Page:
Teaching My Kids to Be Me!

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This morning I told my 2 year old that I loved her. Her response? "I know."

Besides being cheeky, it struck me how true that statement was. She does know that I love her. I do so many things to show her that I do. I hug & kiss her, wipe her nose & her butt. I feed her, tuck her into bed, sing her songs, laugh at her jokes. She's a lucky kid.

Then I began to wonder: how do I know that she loves me...

Now I understand that I didn't have kids in order to force them to love me. That wasn't the (general) idea. And likewise, I have no intention of forcing those words from her lips or of demanding (too many) hugs and kisses. It's not my job to coerce her in to loving and being kind to me. But it is my job not only to show her what love and kindness look like, but also to give her the opportunity to practice her own love and kindness.

I've been pondering how to do that and I've come up with an idea. I'm going to be a person and I'm going to ask for respect, kindness and love- just like I would in any other relationship.

Since my kids spend almost all of their waking hours with me currently, I am the person who they can most often practice their kindness on. So why not encourage them to do so?

This means that I have to pretty much demand kindness from them. Sounds pretty ridiculous and paradoxical. I think we all wish that our kids would be naturally kind, naturally giving, naturally thoughtful. Just think what a world we would live in if every kid always innately wanted to share! What would we do with all of that extra time we'd have when we didn't have to referee quarrels??

Back in reality, we know that sharing (among other polite activities) can be the bane of our parental existence! Snatching and pulling and tears and turns seem par for the course at any little kid get together. We can't make our kids give...while also having a cheerful heart. But just like any skill we'd like them to have, we can let them practice. So if we say, "Can you share your snack with your friend?" while allowing them to wantonly take from our plates, we are sending conflicting messages.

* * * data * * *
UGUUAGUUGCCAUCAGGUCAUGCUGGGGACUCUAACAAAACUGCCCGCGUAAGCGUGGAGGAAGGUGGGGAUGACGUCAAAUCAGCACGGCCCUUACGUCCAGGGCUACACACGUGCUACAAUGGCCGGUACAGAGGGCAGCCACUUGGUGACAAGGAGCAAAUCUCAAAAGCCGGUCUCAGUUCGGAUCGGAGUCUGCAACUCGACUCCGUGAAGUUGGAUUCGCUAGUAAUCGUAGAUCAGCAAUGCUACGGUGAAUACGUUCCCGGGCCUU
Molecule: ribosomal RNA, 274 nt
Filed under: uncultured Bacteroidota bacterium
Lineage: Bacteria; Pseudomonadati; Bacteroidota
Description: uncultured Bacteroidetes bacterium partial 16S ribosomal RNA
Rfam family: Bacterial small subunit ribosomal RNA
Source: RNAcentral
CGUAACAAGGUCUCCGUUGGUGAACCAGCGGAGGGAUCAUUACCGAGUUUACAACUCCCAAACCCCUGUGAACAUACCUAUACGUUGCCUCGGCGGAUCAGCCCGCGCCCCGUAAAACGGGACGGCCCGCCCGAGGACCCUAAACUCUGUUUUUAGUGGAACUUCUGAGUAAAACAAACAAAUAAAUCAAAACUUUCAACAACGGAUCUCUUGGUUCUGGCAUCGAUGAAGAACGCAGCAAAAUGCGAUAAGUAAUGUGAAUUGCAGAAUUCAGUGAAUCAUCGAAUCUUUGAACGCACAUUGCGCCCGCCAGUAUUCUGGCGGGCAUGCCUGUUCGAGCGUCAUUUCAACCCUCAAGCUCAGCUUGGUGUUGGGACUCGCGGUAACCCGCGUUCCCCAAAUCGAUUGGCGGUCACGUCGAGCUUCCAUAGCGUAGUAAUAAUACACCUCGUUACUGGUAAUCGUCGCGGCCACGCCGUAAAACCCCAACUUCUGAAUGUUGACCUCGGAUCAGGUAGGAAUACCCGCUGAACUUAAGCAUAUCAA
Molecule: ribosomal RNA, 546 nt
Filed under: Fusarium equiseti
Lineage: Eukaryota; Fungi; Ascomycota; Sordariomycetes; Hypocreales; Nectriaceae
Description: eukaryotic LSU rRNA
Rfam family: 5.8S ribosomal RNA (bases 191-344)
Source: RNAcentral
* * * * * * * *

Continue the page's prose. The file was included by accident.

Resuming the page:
If we, as their parents, are some of the people who they love best, then we should most often be the happy recipients of their kindness- not just some other kids who they kind of know.

We should be the ones who are being shared with! We should get an extra hug and kiss just because! We should ask them to bring us something from another room so we don't have to get up! We should label kindness and care when we see them, and not just in relation to siblings or stuffed animals. We should talk to them about how they can think about Mom & Dad's feelings!

We are their models and if we allow our kids to yell at us, they'll want to yell at others. If they rudely demand things from us without reproach, they will do so with other folks. We want them to be polite to friends and family members, but what about us??!! We are more important than that great uncle you see twice a year (sorry Uncle George)! They shouldn't just be on their best behavior with strangers. We deserve some too!

They need to know we love them, with all the kindness we can muster, but let's not forget that all relationships are two-way streets. So let's ask our kids for a little kindness for ourselves.